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Eur J Neurosci. 2013 Jun;37(12):1916-24. doi: 10.1111/ejn.12177.

Functional alteration patterns of default mode networks: comparisons of normal aging, amnestic mild cognitive impairment and Alzheimer's disease.

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Department of Biomedical Engineering, Hanyang University, Seoul, South Korea.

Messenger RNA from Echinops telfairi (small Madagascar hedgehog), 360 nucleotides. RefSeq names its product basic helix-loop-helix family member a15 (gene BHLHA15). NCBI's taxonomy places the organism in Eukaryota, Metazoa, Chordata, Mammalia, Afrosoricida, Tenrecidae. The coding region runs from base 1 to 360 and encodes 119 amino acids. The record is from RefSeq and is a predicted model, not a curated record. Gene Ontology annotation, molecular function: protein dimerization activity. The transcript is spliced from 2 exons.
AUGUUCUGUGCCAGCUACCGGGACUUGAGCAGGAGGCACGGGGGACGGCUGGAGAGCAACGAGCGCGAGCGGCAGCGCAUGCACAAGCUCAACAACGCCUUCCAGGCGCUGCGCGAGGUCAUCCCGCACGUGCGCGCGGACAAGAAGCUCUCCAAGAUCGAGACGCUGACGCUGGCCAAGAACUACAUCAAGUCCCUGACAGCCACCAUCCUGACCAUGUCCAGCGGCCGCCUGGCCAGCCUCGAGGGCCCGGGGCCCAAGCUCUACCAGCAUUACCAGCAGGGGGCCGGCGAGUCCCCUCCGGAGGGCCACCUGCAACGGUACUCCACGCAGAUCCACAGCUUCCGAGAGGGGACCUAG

Most default mode network (DMN) studies in patients with amnestic mild cognitive impairment (aMCI) and Alzheimer's disease (AD) are based on the comparison of only two groups, namely patients and controls. Information derived from comparing three groups, normal, aMCI and AD, simultaneously may lead us to better understand the progression of dementia. The purpose of this study was to evaluate functional connectivity of DMN in the continuum from normal through aMCI to AD. Differences in functional connectivity were compared between the three groups using independent component analysis. The relationship between functional connectivity and disease progression was investigated using multiple regression analysis with Mini-Mental State Examination (MMSE) scores. The results revealed differences throughout the left posterior cingulate cortex (PCC), left middle temporal gyrus (MTG), right middle frontal gyrus (MFG) and bilateral parahippocampal gyrus (PHG). Both patients with aMCI and those with AD showed decreased connectivity in the left PCC and left PHG compared with healthy subjects. Furthermore, patients with AD also showed decreased connectivity in the left MTG and right PHG. Increased functional connectivity was observed in the right MFG of patients with AD compared with other groups. MMSE scores exhibited significant positive and negative correlations with functional connectivity in PCC, MTG and MFG regions. Taken together, increased functional connectivity in the MFG for AD patients might compensate for the loss of function in the PCC and MTG via compensatory mechanisms in corticocortical connections.

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